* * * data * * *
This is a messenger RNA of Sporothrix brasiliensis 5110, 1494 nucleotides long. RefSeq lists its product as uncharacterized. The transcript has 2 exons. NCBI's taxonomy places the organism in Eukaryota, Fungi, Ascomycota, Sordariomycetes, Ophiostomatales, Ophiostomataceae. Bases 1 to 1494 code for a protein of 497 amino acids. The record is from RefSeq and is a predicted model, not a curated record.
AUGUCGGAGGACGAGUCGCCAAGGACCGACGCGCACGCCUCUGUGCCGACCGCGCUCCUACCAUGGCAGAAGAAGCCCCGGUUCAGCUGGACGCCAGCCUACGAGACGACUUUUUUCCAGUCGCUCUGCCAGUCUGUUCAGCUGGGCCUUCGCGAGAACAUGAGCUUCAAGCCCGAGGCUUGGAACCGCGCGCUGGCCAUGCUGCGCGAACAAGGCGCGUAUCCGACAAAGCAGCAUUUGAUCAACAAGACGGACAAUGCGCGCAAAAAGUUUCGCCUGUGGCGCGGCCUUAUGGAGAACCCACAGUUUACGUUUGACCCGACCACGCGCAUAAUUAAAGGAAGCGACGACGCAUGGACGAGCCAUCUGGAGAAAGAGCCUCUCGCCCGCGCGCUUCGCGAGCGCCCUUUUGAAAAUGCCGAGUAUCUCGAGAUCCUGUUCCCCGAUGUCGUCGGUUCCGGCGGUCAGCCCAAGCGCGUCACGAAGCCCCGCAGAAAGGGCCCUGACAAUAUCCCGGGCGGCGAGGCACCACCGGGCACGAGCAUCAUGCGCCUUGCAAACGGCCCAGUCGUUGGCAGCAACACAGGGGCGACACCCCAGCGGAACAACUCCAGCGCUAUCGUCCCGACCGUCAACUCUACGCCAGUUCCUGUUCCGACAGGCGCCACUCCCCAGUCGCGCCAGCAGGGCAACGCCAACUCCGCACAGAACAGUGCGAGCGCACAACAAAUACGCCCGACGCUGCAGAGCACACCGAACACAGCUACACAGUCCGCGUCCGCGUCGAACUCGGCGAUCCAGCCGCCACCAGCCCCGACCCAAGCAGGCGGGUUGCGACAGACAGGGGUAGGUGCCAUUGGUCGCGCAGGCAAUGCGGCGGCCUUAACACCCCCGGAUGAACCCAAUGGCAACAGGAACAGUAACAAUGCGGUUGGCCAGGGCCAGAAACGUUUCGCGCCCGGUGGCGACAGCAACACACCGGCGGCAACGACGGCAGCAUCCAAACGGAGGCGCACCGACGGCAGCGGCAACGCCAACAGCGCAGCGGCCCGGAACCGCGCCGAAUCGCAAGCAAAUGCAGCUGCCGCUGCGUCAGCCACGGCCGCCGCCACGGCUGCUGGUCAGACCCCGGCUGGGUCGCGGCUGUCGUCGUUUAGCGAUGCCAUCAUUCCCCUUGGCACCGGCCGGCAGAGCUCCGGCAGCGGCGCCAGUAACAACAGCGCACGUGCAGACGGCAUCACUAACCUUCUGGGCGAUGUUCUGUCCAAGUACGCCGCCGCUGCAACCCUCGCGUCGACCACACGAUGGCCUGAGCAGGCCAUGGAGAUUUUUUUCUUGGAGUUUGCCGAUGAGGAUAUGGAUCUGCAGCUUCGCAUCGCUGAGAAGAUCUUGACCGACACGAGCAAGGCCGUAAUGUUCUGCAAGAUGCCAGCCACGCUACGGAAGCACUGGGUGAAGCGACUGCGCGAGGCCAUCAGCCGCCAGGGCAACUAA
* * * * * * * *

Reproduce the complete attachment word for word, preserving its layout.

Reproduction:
This is a messenger RNA of Sporothrix brasiliensis 5110, 1494 nucleotides long. RefSeq lists its product as uncharacterized. The transcript has 2 exons. NCBI's taxonomy places the organism in Eukaryota, Fungi, Ascomycota, Sordariomycetes, Ophiostomatales, Ophiostomataceae. Bases 1 to 1494 code for a protein of 497 amino acids. The record is from RefSeq and is a predicted model, not a curated record.
AUGUCGGAGGACGAGUCGCCAAGGACCGACGCGCACGCCUCUGUGCCGACCGCGCUCCUACCAUGGCAGAAGAAGCCCCGGUUCAGCUGGACGCCAGCCUACGAGACGACUUUUUUCCAGUCGCUCUGCCAGUCUGUUCAGCUGGGCCUUCGCGAGAACAUGAGCUUCAAGCCCGAGGCUUGGAACCGCGCGCUGGCCAUGCUGCGCGAACAAGGCGCGUAUCCGACAAAGCAGCAUUUGAUCAACAAGACGGACAAUGCGCGCAAAAAGUUUCGCCUGUGGCGCGGCCUUAUGGAGAACCCACAGUUUACGUUUGACCCGACCACGCGCAUAAUUAAAGGAAGCGACGACGCAUGGACGAGCCAUCUGGAGAAAGAGCCUCUCGCCCGCGCGCUUCGCGAGCGCCCUUUUGAAAAUGCCGAGUAUCUCGAGAUCCUGUUCCCCGAUGUCGUCGGUUCCGGCGGUCAGCCCAAGCGCGUCACGAAGCCCCGCAGAAAGGGCCCUGACAAUAUCCCGGGCGGCGAGGCACCACCGGGCACGAGCAUCAUGCGCCUUGCAAACGGCCCAGUCGUUGGCAGCAACACAGGGGCGACACCCCAGCGGAACAACUCCAGCGCUAUCGUCCCGACCGUCAACUCUACGCCAGUUCCUGUUCCGACAGGCGCCACUCCCCAGUCGCGCCAGCAGGGCAACGCCAACUCCGCACAGAACAGUGCGAGCGCACAACAAAUACGCCCGACGCUGCAGAGCACACCGAACACAGCUACACAGUCCGCGUCCGCGUCGAACUCGGCGAUCCAGCCGCCACCAGCCCCGACCCAAGCAGGCGGGUUGCGACAGACAGGGGUAGGUGCCAUUGGUCGCGCAGGCAAUGCGGCGGCCUUAACACCCCCGGAUGAACCCAAUGGCAACAGGAACAGUAACAAUGCGGUUGGCCAGGGCCAGAAACGUUUCGCGCCCGGUGGCGACAGCAACACACCGGCGGCAACGACGGCAGCAUCCAAACGGAGGCGCACCGACGGCAGCGGCAACGCCAACAGCGCAGCGGCCCGGAACCGCGCCGAAUCGCAAGCAAAUGCAGCUGCCGCUGCGUCAGCCACGGCCGCCGCCACGGCUGCUGGUCAGACCCCGGCUGGGUCGCGGCUGUCGUCGUUUAGCGAUGCCAUCAUUCCCCUUGGCACCGGCCGGCAGAGCUCCGGCAGCGGCGCCAGUAACAACAGCGCACGUGCAGACGGCAUCACUAACCUUCUGGGCGAUGUUCUGUCCAAGUACGCCGCCGCUGCAACCCUCGCGUCGACCACACGAUGGCCUGAGCAGGCCAUGGAGAUUUUUUUCUUGGAGUUUGCCGAUGAGGAUAUGGAUCUGCAGCUUCGCAUCGCUGAGAAGAUCUUGACCGACACGAGCAAGGCCGUAAUGUUCUGCAAGAUGCCAGCCACGCUACGGAAGCACUGGGUGAAGCGACUGCGCGAGGCCAUCAGCCGCCAGGGCAACUAA